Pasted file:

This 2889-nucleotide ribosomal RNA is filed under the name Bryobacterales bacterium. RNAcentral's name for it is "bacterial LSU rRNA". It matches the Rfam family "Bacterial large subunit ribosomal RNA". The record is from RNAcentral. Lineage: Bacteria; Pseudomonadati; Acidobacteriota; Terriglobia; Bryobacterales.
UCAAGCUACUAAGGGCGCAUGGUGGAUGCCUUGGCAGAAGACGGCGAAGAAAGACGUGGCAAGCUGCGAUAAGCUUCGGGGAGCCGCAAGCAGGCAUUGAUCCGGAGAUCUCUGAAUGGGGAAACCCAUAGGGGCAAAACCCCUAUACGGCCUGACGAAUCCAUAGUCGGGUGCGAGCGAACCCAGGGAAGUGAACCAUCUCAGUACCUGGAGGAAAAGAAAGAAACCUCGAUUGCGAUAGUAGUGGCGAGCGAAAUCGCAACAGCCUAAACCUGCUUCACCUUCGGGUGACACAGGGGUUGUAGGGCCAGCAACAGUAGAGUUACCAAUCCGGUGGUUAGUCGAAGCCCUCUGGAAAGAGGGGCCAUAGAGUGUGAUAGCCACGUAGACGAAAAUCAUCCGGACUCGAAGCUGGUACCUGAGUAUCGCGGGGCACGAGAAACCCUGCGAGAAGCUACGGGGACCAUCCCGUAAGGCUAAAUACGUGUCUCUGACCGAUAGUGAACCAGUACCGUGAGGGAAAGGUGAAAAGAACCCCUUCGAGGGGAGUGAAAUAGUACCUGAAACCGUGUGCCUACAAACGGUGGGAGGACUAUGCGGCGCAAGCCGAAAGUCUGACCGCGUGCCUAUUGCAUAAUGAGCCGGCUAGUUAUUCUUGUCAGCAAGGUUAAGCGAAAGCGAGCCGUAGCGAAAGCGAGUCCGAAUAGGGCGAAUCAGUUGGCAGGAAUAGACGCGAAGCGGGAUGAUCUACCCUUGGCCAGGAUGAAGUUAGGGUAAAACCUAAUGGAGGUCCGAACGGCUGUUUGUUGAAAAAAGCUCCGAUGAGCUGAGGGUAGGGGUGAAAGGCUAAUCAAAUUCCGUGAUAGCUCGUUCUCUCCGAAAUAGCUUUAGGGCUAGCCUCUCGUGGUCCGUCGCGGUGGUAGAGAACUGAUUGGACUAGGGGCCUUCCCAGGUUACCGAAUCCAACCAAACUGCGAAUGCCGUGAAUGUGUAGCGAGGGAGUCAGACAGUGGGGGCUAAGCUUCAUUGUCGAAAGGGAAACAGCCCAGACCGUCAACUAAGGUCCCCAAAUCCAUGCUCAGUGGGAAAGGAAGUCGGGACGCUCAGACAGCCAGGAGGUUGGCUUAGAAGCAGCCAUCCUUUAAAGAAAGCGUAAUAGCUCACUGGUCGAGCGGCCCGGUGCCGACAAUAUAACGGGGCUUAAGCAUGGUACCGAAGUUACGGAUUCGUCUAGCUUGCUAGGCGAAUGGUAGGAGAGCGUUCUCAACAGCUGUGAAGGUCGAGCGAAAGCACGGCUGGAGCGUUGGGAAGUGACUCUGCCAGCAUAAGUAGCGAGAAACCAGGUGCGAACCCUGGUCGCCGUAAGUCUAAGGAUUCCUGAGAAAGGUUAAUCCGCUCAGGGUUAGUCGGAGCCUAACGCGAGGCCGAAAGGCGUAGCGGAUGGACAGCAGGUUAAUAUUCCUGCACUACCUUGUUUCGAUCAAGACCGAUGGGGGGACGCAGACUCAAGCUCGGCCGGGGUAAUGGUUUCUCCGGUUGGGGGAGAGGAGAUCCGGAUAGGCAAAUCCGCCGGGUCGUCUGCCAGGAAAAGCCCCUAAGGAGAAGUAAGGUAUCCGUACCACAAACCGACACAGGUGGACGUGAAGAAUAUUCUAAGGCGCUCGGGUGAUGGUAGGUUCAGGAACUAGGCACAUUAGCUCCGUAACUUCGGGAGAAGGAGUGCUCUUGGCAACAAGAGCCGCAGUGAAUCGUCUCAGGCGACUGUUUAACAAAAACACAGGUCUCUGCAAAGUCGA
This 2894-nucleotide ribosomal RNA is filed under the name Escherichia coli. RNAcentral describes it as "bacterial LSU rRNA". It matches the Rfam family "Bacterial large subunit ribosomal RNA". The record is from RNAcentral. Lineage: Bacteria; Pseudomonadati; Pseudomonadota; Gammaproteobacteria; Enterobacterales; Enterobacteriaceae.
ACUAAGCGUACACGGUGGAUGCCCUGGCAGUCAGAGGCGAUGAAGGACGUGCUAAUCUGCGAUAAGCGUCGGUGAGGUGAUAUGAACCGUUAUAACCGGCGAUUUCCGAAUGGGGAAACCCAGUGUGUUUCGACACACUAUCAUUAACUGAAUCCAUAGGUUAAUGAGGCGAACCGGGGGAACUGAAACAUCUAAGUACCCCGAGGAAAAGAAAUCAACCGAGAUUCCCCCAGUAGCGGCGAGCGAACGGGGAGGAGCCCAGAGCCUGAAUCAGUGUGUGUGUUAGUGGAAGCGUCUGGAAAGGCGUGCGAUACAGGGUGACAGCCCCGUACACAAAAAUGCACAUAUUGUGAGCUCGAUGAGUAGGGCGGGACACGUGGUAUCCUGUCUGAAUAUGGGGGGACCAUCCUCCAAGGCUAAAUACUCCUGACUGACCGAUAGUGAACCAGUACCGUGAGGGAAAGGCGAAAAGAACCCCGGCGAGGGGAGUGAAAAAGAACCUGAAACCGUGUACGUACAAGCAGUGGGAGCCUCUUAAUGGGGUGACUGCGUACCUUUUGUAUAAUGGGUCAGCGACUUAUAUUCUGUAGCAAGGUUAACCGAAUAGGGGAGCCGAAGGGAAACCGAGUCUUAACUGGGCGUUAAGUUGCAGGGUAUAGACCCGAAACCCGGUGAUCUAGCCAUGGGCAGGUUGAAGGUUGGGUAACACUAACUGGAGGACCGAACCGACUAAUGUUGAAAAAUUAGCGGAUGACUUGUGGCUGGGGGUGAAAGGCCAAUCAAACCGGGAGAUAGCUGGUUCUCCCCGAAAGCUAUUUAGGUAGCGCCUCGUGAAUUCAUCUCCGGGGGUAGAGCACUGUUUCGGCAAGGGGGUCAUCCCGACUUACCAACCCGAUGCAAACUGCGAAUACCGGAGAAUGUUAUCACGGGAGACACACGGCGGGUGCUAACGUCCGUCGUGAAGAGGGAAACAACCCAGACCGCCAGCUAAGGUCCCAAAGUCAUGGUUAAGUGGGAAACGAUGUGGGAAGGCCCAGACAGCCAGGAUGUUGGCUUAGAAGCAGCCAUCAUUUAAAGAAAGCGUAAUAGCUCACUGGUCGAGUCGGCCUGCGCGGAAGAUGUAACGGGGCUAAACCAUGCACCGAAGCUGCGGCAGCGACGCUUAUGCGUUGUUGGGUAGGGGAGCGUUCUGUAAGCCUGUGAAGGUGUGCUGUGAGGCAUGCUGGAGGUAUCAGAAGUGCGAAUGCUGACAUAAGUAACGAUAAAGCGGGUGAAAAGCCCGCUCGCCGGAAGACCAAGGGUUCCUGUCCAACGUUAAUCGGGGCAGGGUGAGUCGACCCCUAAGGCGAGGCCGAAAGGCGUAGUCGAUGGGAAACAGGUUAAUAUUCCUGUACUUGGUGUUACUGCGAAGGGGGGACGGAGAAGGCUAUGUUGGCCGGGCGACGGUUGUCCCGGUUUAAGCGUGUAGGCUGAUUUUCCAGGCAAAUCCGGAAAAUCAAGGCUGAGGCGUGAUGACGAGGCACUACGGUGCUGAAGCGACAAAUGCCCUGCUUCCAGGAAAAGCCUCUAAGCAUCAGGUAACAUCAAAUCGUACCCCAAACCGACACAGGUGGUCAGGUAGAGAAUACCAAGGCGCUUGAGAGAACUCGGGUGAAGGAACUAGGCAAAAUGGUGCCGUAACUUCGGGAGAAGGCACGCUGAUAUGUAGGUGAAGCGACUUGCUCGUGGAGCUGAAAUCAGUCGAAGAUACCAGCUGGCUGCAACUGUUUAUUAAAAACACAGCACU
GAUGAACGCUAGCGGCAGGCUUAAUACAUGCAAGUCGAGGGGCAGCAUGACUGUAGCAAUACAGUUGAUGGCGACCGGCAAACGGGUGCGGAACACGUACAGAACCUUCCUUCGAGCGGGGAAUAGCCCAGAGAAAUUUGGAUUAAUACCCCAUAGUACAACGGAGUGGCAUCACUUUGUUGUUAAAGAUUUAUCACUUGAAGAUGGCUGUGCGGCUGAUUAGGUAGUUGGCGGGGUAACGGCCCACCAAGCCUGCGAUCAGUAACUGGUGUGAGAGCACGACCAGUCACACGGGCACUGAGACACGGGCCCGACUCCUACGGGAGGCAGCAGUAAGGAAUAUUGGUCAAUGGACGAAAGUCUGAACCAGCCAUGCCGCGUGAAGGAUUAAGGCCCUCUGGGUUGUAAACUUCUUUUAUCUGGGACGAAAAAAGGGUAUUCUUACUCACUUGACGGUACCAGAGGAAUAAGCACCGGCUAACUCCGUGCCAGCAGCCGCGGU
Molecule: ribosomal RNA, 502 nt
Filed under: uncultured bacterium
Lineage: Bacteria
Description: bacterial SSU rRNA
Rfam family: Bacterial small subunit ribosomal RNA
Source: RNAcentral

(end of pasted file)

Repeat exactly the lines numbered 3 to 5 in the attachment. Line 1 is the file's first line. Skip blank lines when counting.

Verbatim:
This 2894-nucleotide ribosomal RNA is filed under the name Escherichia coli. RNAcentral describes it as "bacterial LSU rRNA". It matches the Rfam family "Bacterial large subunit ribosomal RNA". The record is from RNAcentral. Lineage: Bacteria; Pseudomonadati; Pseudomonadota; Gammaproteobacteria; Enterobacterales; Enterobacteriaceae.
ACUAAGCGUACACGGUGGAUGCCCUGGCAGUCAGAGGCGAUGAAGGACGUGCUAAUCUGCGAUAAGCGUCGGUGAGGUGAUAUGAACCGUUAUAACCGGCGAUUUCCGAAUGGGGAAACCCAGUGUGUUUCGACACACUAUCAUUAACUGAAUCCAUAGGUUAAUGAGGCGAACCGGGGGAACUGAAACAUCUAAGUACCCCGAGGAAAAGAAAUCAACCGAGAUUCCCCCAGUAGCGGCGAGCGAACGGGGAGGAGCCCAGAGCCUGAAUCAGUGUGUGUGUUAGUGGAAGCGUCUGGAAAGGCGUGCGAUACAGGGUGACAGCCCCGUACACAAAAAUGCACAUAUUGUGAGCUCGAUGAGUAGGGCGGGACACGUGGUAUCCUGUCUGAAUAUGGGGGGACCAUCCUCCAAGGCUAAAUACUCCUGACUGACCGAUAGUGAACCAGUACCGUGAGGGAAAGGCGAAAAGAACCCCGGCGAGGGGAGUGAAAAAGAACCUGAAACCGUGUACGUACAAGCAGUGGGAGCCUCUUAAUGGGGUGACUGCGUACCUUUUGUAUAAUGGGUCAGCGACUUAUAUUCUGUAGCAAGGUUAACCGAAUAGGGGAGCCGAAGGGAAACCGAGUCUUAACUGGGCGUUAAGUUGCAGGGUAUAGACCCGAAACCCGGUGAUCUAGCCAUGGGCAGGUUGAAGGUUGGGUAACACUAACUGGAGGACCGAACCGACUAAUGUUGAAAAAUUAGCGGAUGACUUGUGGCUGGGGGUGAAAGGCCAAUCAAACCGGGAGAUAGCUGGUUCUCCCCGAAAGCUAUUUAGGUAGCGCCUCGUGAAUUCAUCUCCGGGGGUAGAGCACUGUUUCGGCAAGGGGGUCAUCCCGACUUACCAACCCGAUGCAAACUGCGAAUACCGGAGAAUGUUAUCACGGGAGACACACGGCGGGUGCUAACGUCCGUCGUGAAGAGGGAAACAACCCAGACCGCCAGCUAAGGUCCCAAAGUCAUGGUUAAGUGGGAAACGAUGUGGGAAGGCCCAGACAGCCAGGAUGUUGGCUUAGAAGCAGCCAUCAUUUAAAGAAAGCGUAAUAGCUCACUGGUCGAGUCGGCCUGCGCGGAAGAUGUAACGGGGCUAAACCAUGCACCGAAGCUGCGGCAGCGACGCUUAUGCGUUGUUGGGUAGGGGAGCGUUCUGUAAGCCUGUGAAGGUGUGCUGUGAGGCAUGCUGGAGGUAUCAGAAGUGCGAAUGCUGACAUAAGUAACGAUAAAGCGGGUGAAAAGCCCGCUCGCCGGAAGACCAAGGGUUCCUGUCCAACGUUAAUCGGGGCAGGGUGAGUCGACCCCUAAGGCGAGGCCGAAAGGCGUAGUCGAUGGGAAACAGGUUAAUAUUCCUGUACUUGGUGUUACUGCGAAGGGGGGACGGAGAAGGCUAUGUUGGCCGGGCGACGGUUGUCCCGGUUUAAGCGUGUAGGCUGAUUUUCCAGGCAAAUCCGGAAAAUCAAGGCUGAGGCGUGAUGACGAGGCACUACGGUGCUGAAGCGACAAAUGCCCUGCUUCCAGGAAAAGCCUCUAAGCAUCAGGUAACAUCAAAUCGUACCCCAAACCGACACAGGUGGUCAGGUAGAGAAUACCAAGGCGCUUGAGAGAACUCGGGUGAAGGAACUAGGCAAAAUGGUGCCGUAACUUCGGGAGAAGGCACGCUGAUAUGUAGGUGAAGCGACUUGCUCGUGGAGCUGAAAUCAGUCGAAGAUACCAGCUGGCUGCAACUGUUUAUUAAAAACACAGCACU
GAUGAACGCUAGCGGCAGGCUUAAUACAUGCAAGUCGAGGGGCAGCAUGACUGUAGCAAUACAGUUGAUGGCGACCGGCAAACGGGUGCGGAACACGUACAGAACCUUCCUUCGAGCGGGGAAUAGCCCAGAGAAAUUUGGAUUAAUACCCCAUAGUACAACGGAGUGGCAUCACUUUGUUGUUAAAGAUUUAUCACUUGAAGAUGGCUGUGCGGCUGAUUAGGUAGUUGGCGGGGUAACGGCCCACCAAGCCUGCGAUCAGUAACUGGUGUGAGAGCACGACCAGUCACACGGGCACUGAGACACGGGCCCGACUCCUACGGGAGGCAGCAGUAAGGAAUAUUGGUCAAUGGACGAAAGUCUGAACCAGCCAUGCCGCGUGAAGGAUUAAGGCCCUCUGGGUUGUAAACUUCUUUUAUCUGGGACGAAAAAAGGGUAUUCUUACUCACUUGACGGUACCAGAGGAAUAAGCACCGGCUAACUCCGUGCCAGCAGCCGCGGU